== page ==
Here’s a question for you: what is going on with Lamborghini?[Not a valid template]
With the company celebrating its 50th anniversary this year (a milestone many considered beyond the reach of a tractor manufacturer turning its hand to the supercar game in the late 1960s), this may seem an odd question. Surely now more than ever is the time for revelry and joie de vivre in Sant’Agata? Indeed, despite 2013 being only five months old, the birthday presents have been coming thick and fast.
At last month’s Shanghai Motor Show, Lamborghini debuted not only the snappily titled Aventador LP 720-4 50° Anniversario but also the Gallardo LP 560-2 50° Anniversario. A lick of Giallo Maggio paint (apparently Lambo’s most successful on the factory colour chart for the last 50 years), some bespoke stitching and a diffuser that defies belief hint that all 100 examples of the Aventador special edition will walk off the production line and straight into the millionaire’s garage, probably never to be seen again outside a Gumball run.
Then there’s the Veneno, the prancing horse bating racing prototype for the road that made its debut at this year’s Geneva Motor Show, all three models of which have already been sold for a whopping, staggering, wallet-shrivelling $4 million. Each. That is more than LaFerrari and the new McLaren P1 combined, and comes in at a cool half a million more than the one-off Aventador J.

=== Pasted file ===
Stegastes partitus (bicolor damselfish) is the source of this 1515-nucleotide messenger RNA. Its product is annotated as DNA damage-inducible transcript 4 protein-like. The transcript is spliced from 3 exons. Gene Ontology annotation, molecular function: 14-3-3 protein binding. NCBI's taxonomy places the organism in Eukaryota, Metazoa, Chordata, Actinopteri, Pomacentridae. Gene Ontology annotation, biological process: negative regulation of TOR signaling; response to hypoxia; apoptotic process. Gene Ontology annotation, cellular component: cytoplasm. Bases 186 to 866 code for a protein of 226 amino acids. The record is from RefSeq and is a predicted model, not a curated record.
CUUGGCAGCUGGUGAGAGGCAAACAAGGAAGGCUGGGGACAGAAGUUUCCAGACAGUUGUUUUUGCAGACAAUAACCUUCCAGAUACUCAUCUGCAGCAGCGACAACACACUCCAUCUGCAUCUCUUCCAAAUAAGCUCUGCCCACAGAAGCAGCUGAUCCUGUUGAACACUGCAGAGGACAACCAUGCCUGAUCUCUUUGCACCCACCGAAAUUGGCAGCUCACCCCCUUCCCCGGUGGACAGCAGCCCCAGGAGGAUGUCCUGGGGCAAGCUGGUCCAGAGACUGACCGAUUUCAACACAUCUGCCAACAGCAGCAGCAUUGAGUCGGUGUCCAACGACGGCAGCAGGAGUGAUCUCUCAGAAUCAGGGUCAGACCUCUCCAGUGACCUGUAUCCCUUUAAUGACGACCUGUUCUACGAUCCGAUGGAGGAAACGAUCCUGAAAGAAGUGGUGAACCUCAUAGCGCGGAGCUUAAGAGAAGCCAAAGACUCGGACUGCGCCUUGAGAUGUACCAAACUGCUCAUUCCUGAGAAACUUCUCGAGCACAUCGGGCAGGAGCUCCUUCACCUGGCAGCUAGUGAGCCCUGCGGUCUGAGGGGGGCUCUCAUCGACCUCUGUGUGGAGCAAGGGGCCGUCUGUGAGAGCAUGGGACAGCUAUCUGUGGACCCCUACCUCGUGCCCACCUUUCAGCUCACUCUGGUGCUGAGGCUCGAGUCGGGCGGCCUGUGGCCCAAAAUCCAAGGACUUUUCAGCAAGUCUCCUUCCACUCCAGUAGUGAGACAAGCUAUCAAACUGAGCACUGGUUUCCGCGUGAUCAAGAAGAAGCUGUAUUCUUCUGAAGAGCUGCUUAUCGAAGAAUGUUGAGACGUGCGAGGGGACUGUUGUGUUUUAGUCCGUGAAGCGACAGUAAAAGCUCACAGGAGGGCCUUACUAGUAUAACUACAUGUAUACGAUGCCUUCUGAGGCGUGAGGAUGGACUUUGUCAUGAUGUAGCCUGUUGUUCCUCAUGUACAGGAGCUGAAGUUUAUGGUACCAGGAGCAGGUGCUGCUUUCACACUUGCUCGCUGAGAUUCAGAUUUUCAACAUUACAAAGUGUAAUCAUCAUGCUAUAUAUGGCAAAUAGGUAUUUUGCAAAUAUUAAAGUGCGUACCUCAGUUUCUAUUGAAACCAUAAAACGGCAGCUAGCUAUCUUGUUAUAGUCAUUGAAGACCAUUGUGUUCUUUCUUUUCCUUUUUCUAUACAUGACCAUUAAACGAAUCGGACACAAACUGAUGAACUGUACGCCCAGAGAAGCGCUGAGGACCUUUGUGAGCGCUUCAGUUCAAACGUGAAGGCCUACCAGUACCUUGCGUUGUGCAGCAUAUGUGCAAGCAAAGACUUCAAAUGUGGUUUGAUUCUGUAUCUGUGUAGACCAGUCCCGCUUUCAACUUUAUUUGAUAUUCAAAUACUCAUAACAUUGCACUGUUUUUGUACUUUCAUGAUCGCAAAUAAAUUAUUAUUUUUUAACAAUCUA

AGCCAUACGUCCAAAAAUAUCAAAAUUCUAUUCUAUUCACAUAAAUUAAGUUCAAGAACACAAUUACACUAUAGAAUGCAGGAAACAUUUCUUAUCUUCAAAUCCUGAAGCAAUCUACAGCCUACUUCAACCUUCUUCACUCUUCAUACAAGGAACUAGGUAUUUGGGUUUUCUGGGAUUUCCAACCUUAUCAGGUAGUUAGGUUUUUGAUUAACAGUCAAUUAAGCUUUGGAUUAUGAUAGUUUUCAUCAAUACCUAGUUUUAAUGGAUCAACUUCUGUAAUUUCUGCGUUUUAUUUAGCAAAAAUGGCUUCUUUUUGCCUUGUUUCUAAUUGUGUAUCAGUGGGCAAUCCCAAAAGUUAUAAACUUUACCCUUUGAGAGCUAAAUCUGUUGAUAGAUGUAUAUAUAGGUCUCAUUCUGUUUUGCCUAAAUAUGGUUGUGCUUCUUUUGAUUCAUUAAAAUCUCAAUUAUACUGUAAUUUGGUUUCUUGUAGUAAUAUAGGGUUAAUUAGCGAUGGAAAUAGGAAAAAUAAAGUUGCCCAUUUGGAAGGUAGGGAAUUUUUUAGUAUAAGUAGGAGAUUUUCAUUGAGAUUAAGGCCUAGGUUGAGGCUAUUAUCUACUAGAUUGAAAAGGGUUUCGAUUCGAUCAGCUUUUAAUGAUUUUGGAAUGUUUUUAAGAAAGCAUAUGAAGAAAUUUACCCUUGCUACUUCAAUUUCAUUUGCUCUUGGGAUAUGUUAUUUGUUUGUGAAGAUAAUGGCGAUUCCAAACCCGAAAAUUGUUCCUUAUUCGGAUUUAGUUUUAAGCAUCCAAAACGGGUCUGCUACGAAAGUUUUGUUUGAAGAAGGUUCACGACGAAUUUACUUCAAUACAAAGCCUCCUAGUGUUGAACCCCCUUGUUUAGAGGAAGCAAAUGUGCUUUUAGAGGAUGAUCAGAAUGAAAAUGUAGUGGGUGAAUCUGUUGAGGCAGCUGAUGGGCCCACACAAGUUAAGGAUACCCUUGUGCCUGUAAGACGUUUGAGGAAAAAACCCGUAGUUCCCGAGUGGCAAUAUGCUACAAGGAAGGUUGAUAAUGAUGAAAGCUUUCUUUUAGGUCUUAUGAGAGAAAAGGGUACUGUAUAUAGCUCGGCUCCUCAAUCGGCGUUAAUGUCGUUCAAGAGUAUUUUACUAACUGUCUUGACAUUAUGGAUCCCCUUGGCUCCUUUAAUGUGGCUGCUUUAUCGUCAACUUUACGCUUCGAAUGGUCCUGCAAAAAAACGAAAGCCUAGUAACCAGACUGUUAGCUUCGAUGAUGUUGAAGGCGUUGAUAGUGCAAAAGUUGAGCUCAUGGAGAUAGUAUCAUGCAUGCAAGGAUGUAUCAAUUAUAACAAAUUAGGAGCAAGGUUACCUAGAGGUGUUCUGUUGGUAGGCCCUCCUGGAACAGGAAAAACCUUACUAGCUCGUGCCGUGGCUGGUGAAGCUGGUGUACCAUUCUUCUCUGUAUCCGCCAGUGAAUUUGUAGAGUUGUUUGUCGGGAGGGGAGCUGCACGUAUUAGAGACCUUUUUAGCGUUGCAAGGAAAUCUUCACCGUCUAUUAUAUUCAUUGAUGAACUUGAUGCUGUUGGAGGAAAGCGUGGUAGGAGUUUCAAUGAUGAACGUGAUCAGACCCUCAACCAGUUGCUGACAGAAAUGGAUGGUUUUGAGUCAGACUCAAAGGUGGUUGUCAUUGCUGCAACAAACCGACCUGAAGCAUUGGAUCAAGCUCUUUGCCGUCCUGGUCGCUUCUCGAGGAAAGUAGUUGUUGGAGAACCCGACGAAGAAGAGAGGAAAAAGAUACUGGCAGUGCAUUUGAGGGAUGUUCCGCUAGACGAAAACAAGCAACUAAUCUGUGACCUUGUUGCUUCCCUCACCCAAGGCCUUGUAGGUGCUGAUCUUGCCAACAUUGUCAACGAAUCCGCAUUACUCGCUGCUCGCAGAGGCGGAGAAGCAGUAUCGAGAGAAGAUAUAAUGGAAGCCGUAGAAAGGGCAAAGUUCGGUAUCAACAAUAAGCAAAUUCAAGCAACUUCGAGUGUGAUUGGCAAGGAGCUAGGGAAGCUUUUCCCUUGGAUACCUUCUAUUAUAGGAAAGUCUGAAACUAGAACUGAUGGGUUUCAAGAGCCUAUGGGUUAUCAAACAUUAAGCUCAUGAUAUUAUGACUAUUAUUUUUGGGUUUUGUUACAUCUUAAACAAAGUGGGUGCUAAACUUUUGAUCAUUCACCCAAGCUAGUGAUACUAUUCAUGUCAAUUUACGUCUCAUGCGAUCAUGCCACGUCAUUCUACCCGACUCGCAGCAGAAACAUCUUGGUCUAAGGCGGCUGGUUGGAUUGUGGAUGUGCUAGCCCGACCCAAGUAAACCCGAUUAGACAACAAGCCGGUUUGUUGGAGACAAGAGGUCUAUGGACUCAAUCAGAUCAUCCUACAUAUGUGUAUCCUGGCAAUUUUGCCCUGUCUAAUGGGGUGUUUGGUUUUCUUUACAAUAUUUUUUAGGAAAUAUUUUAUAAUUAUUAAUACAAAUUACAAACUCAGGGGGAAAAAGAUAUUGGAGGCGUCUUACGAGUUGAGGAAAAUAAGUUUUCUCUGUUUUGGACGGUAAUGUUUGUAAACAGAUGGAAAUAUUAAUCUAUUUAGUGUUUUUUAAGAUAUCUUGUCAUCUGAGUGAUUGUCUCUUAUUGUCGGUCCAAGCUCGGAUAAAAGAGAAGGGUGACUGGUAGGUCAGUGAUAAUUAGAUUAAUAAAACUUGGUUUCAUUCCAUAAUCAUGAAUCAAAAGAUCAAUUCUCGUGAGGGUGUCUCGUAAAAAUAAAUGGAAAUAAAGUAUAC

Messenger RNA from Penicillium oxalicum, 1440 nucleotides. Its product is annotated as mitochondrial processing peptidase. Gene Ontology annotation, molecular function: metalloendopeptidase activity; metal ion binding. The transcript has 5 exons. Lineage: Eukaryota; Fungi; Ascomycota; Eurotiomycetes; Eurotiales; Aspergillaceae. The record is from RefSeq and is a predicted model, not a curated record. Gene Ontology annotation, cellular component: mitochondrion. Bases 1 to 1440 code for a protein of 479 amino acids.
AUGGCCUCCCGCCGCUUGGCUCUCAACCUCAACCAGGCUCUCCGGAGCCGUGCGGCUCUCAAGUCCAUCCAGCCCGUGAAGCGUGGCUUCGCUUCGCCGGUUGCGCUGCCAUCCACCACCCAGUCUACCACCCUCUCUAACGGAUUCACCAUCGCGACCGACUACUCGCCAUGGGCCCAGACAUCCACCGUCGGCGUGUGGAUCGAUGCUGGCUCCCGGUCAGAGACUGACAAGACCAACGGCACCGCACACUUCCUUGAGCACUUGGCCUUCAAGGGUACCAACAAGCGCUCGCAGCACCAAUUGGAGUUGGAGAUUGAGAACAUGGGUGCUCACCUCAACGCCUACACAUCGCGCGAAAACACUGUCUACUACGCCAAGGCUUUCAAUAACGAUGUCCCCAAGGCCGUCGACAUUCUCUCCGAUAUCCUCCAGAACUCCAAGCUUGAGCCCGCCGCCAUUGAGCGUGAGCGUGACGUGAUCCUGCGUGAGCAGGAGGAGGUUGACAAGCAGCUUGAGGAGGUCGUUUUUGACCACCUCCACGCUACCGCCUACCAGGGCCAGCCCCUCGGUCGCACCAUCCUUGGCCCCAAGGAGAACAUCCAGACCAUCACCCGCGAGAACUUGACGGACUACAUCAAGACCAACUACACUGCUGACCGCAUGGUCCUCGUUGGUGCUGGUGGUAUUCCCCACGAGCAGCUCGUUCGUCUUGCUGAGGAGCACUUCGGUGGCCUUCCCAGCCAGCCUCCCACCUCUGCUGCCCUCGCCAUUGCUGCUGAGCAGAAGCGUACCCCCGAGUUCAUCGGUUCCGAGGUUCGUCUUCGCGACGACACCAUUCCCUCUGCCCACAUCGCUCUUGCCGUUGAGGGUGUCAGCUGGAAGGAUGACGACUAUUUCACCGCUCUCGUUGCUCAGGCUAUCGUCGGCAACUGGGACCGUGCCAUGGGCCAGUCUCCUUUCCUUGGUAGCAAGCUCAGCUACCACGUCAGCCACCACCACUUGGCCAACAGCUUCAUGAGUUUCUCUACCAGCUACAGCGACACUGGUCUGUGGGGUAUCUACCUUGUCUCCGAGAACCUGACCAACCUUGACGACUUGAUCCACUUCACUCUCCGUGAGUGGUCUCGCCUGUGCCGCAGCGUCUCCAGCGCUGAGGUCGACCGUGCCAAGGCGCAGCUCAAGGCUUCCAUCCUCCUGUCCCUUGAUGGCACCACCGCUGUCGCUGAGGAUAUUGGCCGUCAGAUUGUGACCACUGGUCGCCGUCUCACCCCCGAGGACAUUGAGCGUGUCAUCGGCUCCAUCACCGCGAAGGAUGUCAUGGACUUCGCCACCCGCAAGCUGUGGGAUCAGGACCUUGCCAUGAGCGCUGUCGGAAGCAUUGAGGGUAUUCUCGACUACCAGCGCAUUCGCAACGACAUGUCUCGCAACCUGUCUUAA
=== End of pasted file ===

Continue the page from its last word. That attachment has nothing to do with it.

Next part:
Now this week comes the latest mental bull to poke its snorting nostrils out the enclosure, the Egoista. Never before has a model been so aptly named, and I’ll even include Nissan’s Homy Super Long in that comment. Yet another celebratory model for Lamborghini’s half centennial, the Walter De Silva-designed beast is limited to one edition, has only one seat (‘Egoista’ loosely translates as ‘Selfish’ in Italian) and is powered by a 5.2-litre V10 that spits out 592bhp. Inspired by the looks of an Apache helicopter, the Egoista is all carbon fibre and was designed – according to company CEO Stefan Winkelman – to be as hedonistic and extreme as possible: the domed roof in place of doors speaks volumes in this regard.
I’ll admit I’m as big a fan as anyone of Lamborghini excess. The extreme looks and 1980s-esque ‘practicality’ of the V12 Countach (which you could neither park, steer properly or accelerate without a graceful pirouette) means it has a permanent spot in my fantasy garage. The LM002, a Hummer-rivalling SUV originally destined for Saudi Arabia and Libya before nervous backers rubbing their lire together pulled the plug, was as immovable as it was basic but has become a firm cult classic of the automotive world thanks to extreme looks and the ‘Rambo Lambo’ moniker. A Lamborghini – a true Lamborghini – loses so much of its soul when ‘practicality’ is higher up the brief sheet than ‘mental’. There’s no fear of that with the Egoista. There is though one big question: what’s the point?
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